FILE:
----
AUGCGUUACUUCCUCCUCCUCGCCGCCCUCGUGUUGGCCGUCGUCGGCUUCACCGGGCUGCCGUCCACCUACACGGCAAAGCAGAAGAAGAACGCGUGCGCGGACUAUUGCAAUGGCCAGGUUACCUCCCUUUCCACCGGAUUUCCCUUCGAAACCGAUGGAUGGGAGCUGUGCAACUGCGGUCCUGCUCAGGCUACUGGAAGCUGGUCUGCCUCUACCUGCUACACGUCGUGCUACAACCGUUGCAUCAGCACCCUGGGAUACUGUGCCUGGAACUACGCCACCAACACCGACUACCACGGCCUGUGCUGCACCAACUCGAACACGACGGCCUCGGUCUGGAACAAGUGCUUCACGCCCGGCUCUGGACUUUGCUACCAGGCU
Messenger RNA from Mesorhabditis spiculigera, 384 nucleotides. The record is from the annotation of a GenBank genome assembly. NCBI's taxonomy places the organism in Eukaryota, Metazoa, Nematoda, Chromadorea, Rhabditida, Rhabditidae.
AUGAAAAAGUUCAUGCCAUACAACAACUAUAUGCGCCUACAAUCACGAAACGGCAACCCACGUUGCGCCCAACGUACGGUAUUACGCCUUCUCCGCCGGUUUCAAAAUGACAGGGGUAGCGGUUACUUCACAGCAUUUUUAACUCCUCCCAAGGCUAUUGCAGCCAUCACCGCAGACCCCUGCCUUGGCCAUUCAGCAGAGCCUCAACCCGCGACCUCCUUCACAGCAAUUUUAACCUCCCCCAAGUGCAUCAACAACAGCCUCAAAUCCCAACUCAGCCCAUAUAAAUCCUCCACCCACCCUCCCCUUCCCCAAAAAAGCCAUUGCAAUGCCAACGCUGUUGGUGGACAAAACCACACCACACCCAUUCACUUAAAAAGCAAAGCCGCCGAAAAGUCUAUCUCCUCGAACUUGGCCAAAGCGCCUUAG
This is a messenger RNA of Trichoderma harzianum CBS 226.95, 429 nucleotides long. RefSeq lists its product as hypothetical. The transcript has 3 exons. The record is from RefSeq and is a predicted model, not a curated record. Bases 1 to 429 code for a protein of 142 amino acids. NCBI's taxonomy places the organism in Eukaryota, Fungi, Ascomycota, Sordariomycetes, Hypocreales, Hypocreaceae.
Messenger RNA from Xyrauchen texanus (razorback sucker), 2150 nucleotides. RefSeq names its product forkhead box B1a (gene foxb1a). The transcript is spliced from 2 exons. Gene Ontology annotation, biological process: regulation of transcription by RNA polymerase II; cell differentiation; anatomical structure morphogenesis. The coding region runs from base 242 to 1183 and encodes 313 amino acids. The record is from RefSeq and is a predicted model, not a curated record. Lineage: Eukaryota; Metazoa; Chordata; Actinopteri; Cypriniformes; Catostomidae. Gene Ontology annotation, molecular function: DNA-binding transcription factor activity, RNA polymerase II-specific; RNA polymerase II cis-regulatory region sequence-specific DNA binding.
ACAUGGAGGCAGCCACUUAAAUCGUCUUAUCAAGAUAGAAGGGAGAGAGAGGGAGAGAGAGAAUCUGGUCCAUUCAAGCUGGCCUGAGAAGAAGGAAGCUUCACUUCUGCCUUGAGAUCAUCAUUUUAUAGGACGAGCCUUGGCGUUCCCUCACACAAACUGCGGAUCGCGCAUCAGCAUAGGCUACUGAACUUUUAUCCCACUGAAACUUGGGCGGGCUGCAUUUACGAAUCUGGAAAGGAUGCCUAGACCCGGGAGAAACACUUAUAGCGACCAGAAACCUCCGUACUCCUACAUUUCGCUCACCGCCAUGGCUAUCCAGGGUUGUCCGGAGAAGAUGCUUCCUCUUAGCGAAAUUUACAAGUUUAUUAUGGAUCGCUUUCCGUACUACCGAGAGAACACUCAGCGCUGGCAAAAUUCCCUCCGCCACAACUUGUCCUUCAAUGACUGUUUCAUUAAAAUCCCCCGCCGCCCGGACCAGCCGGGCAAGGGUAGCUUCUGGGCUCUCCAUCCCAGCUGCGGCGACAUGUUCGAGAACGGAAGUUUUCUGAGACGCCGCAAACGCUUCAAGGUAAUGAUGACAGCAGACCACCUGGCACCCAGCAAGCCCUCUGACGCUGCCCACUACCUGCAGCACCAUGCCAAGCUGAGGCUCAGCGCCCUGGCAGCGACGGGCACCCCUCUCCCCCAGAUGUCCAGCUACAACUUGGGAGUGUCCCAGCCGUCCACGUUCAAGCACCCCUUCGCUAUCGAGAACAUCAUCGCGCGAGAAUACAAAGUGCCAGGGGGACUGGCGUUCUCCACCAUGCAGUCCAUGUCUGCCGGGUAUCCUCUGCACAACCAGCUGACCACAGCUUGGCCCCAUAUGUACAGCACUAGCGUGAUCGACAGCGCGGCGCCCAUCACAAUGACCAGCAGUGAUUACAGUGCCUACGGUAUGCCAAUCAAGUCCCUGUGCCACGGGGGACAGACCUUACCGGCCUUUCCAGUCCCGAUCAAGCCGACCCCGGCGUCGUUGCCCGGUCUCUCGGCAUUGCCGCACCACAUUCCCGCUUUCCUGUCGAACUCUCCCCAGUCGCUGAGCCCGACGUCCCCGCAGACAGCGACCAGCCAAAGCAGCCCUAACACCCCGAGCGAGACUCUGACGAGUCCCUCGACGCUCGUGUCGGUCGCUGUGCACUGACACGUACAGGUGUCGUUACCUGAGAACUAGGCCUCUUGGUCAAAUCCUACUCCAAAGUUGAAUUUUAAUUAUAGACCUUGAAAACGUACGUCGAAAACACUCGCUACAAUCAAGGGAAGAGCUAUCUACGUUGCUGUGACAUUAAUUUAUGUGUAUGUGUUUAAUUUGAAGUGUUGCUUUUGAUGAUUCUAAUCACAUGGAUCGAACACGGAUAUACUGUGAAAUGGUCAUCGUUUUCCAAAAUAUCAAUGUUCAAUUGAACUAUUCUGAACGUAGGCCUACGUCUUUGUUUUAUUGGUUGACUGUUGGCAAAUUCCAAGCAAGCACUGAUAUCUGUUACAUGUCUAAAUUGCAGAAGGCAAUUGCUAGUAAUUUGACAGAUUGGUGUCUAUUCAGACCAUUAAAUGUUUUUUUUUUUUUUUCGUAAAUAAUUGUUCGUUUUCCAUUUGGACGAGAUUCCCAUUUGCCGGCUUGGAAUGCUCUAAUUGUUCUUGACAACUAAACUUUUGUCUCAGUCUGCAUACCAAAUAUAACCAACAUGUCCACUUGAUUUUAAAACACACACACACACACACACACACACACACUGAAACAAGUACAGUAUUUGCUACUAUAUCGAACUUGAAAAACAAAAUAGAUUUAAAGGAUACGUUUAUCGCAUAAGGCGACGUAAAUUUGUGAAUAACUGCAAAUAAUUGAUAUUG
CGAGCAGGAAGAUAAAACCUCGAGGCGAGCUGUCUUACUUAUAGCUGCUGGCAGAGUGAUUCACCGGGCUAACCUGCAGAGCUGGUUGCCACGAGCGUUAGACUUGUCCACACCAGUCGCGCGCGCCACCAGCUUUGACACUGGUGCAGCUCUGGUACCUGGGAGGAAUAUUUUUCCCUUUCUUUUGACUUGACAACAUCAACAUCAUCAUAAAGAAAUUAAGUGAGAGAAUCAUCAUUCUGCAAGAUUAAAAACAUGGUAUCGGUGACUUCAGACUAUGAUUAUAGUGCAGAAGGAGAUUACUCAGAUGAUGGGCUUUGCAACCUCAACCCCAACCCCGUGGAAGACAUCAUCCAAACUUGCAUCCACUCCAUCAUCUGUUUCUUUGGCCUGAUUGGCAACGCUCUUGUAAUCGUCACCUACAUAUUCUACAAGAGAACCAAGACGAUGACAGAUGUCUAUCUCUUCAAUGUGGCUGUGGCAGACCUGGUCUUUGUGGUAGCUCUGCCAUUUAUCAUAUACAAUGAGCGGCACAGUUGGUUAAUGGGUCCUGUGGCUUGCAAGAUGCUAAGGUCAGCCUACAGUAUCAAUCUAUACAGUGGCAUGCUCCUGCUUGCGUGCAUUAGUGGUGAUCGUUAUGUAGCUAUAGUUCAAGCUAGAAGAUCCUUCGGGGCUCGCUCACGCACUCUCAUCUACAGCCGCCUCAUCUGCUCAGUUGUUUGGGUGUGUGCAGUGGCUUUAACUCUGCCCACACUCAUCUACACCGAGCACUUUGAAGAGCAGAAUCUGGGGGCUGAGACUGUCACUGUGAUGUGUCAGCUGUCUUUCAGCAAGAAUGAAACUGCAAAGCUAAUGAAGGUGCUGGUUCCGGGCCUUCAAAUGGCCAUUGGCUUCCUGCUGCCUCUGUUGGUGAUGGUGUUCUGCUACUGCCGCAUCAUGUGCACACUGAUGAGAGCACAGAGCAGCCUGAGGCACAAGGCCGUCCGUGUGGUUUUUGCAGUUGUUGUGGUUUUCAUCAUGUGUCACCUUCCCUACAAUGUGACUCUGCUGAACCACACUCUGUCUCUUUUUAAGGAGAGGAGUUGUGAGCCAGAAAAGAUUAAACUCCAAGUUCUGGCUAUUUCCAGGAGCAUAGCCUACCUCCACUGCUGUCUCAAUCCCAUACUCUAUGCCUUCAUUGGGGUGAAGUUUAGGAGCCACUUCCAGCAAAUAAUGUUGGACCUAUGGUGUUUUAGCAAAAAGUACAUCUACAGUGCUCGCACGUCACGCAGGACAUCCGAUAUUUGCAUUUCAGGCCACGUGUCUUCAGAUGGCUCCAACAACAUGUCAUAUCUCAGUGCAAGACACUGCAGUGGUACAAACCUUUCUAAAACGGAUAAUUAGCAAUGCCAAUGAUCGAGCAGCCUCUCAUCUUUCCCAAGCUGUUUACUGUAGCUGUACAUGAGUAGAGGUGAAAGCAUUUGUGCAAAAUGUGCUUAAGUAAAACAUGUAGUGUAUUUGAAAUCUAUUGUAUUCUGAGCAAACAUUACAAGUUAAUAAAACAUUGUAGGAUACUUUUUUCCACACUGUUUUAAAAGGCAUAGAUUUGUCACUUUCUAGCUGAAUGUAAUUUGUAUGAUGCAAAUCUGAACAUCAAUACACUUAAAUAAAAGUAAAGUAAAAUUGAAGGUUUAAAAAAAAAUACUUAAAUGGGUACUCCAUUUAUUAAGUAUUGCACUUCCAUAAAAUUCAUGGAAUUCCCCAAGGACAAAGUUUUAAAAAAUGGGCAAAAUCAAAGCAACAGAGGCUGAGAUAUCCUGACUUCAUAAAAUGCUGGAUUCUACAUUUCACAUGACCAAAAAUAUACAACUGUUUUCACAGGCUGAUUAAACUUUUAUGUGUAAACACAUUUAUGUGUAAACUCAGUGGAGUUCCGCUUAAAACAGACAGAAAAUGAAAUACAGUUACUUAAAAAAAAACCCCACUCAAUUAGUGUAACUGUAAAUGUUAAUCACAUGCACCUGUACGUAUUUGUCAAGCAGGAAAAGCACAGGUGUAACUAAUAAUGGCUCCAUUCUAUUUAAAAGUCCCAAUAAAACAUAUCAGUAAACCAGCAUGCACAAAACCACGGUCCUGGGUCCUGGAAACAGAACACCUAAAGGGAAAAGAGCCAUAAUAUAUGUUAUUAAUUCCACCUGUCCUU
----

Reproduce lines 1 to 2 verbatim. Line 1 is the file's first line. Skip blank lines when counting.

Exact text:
AUGCGUUACUUCCUCCUCCUCGCCGCCCUCGUGUUGGCCGUCGUCGGCUUCACCGGGCUGCCGUCCACCUACACGGCAAAGCAGAAGAAGAACGCGUGCGCGGACUAUUGCAAUGGCCAGGUUACCUCCCUUUCCACCGGAUUUCCCUUCGAAACCGAUGGAUGGGAGCUGUGCAACUGCGGUCCUGCUCAGGCUACUGGAAGCUGGUCUGCCUCUACCUGCUACACGUCGUGCUACAACCGUUGCAUCAGCACCCUGGGAUACUGUGCCUGGAACUACGCCACCAACACCGACUACCACGGCCUGUGCUGCACCAACUCGAACACGACGGCCUCGGUCUGGAACAAGUGCUUCACGCCCGGCUCUGGACUUUGCUACCAGGCU
Messenger RNA from Mesorhabditis spiculigera, 384 nucleotides. The record is from the annotation of a GenBank genome assembly. NCBI's taxonomy places the organism in Eukaryota, Metazoa, Nematoda, Chromadorea, Rhabditida, Rhabditidae.